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Outdoor Home Improvement - Compost
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If you love to garden, whether flowers or vegetables, you will need good compost to help provide the plants with needed microorganisms and nutrients. The result will be a healthier plant and better blooms or larger vegetables. Rather than spend money on compost, you can create your own compost that will cost you nothing and, it will be just as rich in nutrients if not more than, what you would buy from the store.

The first thing is to determine the location for your compost pile. For this, you have several options. You can create a pile near your flowerbed or garden as a stand-alone compost pile. However, if you want the compost contained, you can build a 4x3-foot box with wire mesh on the sides for containment or you can actually buy compost boxes that have lids to close and some with locks. These boxes are the most popular in that they look nice and keep any compost smell away from the house.

Okay, so what is compost? This is made from things you might otherwise throw away such as potato peels, banana peels, radish tops, grass clippings, leaves, things that are biodegradable. As you finish your family dinner or working in the yard, you will be amazed at all the things you can add to the compost pile.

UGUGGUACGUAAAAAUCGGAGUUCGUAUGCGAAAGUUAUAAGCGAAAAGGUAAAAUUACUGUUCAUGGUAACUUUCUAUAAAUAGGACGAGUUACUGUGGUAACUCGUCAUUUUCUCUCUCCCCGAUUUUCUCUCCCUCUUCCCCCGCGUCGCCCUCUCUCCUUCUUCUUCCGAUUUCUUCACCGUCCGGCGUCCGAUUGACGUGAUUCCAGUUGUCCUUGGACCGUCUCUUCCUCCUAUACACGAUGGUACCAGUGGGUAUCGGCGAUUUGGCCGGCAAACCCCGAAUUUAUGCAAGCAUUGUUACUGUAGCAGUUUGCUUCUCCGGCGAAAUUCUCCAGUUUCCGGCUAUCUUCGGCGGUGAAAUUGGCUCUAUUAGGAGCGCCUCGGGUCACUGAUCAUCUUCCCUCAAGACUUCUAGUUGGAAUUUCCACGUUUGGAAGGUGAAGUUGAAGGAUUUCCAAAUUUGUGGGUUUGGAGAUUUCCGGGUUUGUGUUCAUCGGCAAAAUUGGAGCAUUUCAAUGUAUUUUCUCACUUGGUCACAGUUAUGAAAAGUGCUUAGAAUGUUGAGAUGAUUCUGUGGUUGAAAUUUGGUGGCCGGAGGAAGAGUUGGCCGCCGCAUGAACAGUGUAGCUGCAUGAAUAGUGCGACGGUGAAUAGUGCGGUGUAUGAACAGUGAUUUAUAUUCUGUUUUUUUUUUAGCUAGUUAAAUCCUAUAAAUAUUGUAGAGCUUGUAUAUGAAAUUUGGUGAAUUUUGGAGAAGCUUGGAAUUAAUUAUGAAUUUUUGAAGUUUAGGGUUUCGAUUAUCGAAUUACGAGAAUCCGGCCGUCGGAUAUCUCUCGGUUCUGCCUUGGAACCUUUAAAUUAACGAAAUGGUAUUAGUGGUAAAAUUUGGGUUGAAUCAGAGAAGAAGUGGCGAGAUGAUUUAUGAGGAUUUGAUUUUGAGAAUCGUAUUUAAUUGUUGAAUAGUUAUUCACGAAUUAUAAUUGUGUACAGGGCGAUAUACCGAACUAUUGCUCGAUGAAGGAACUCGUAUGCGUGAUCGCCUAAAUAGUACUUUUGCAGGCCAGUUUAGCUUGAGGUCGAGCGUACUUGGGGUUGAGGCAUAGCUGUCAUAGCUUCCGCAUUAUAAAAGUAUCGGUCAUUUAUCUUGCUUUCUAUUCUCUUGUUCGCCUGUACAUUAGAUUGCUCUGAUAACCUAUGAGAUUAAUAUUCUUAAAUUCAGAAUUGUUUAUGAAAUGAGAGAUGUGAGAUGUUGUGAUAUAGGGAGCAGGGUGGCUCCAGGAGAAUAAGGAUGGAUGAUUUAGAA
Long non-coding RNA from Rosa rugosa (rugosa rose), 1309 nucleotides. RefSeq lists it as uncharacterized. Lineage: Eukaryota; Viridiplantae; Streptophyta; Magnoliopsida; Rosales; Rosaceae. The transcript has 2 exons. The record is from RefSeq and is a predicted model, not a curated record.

Think about all the things you typically put in the garbage disposal or garbage. Perhaps you have the Sunday newspaper that would be thrown out. Instead, put it in the compost pile. Other things to consider include coffee grounds, pet hair, tea bags, cold fireplace ash, sawdust, spoiled fruit, even cow/horse manure.

The type of things you do not want to use in your compost pile includes grease, meat scraps, or anything chemically treated. If you want to use things like pine needles or large chunks of wood, just make sure you have it chopped up into small pieces.

To have a successful compost pile, you need to maintain 30 parts of carbon to one part of nitrogen. What happens with too much carbon is that the pile will take an extremely long time to decompose while too much nitrogen will cause the compost pile to smell bad. The type of materials high in carbon includes leaves and sawdust and the type high in nitrogen would include blood meal and fertilizer.

The key to a good compost pile is keeping it diverse, which will provide you with greater benefit for microorganisms to help the compost to decompose quickly. Typically, compost material will shrink less than 5% so it is important to add new layers about every two weeks. If the pile has settled and the box is full, you want to turn the compost as a way of speeding up the decomposition process. A good forked shovel is perfect for the job.

After the pile has decomposed, you will spread it around your flowers and vegetable garden to feed it the rich microorganisms and nutrients needed. You can also use compost around trees, bushes, and shrubs.
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